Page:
Getting Unstuck in Therapy

Therapy feels stuck when the domains of choice are too restricted or rigid, when the people involved are unable or unwilling to engage in the options each party invites and attempts.

How does the process of being stuck and unstuck proceed? This depends partly on how and whether the therapist and client can engage in a co-constructed improvisational activity. Empathy is necessary; its absence may be why the therapy is stuck in the first place. Empathy is required for therapeutic improvisation.

Some of the therapist’s activity might be seen as setting the stage for improvisation to be possible. A way of thinking about the therapist’s stance of patience, empathy, waiting and toleration is that it serves attempts at getting unstuck.

Improvisation involves an expansion of possibility and requires flexibility. (Your move 1 invites and is incorporated into my move 2, and your move 3 incorporates what has just transpired and so on.) If improvisation is successful, both people have done something they have not done before. They have incorporated aspects of the other’s behavior into their own.

In improvisation, a space is created for moves and choices, spontaneous gestures, that neither party has made before. Winnicott called this the transitional phenomena. Since the improvisation is something already accomplished, it becomes behavior potential, something a person might want to do again. (I am taking for granted that we get something of value from improvisational interaction. At the very least, we now have done something we might not have done before or otherwise.)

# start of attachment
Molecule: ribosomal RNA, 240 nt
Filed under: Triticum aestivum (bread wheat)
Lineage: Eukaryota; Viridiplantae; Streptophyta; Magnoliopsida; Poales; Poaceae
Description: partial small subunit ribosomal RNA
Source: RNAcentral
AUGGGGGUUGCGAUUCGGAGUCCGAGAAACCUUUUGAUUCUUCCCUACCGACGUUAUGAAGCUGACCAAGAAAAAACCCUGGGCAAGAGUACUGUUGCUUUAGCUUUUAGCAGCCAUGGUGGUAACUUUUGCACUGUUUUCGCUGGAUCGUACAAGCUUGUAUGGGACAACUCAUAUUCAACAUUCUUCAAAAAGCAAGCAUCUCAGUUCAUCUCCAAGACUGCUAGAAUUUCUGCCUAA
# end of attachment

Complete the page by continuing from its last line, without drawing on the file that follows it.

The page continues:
Such change may involve fundamental, profound or trivial alterations in a person’s powers and dispositions. Usually of course, the change is slight and hardly noticed to the point of it being, practically speaking, not a change at all. But part of the therapist’s job is to notice and accredit these shifts. This doesn’t need to be said out loud, but it must find its way into action so that it has a chance of being incorporated into the next set of unfolding acts.

Therapy often requires establishing empathy and developing an improvisation with people one would ordinarily not choose as companions. Empathy is easy when the going is easy but that is often not the case in therapy. Therapy frequently involves difficult people under difficult conditions, and that is why these particular people are in therapy rather than successfully working matters out with friends, lovers, and parents.

Therapy brings together people who under other circumstances might not easily understand each other. This is both the therapeutic dilemma and opportunity. An empathic relationship may require a negotiation, a moral dialogue, for misunderstanding to be corrected. Knowing how to accomplish this reaching out in the service of being understood is a valuable, if difficult, skill.

The participants in therapy will be changed when they accomplish something difficult because the players themselves have to overcome the difficulty of getting along. Freud, of course, knew this and saw it as essential for progress. He called it the “transference neurosis.” Working it through may require a change in values, knowledge and competence for each participant. Since one or both players may not already have what is needed, it is unsurprising that they find themselves, from time to time, stuck.

Getting unstuck has a liberating effect. We were lost but now we are again on our way. Given enough opportunities for this to occur, it may establish faith and a set of competencies not present before the therapy began. It is good to know that you can weather a storm.

Getting Unstuck in Therapy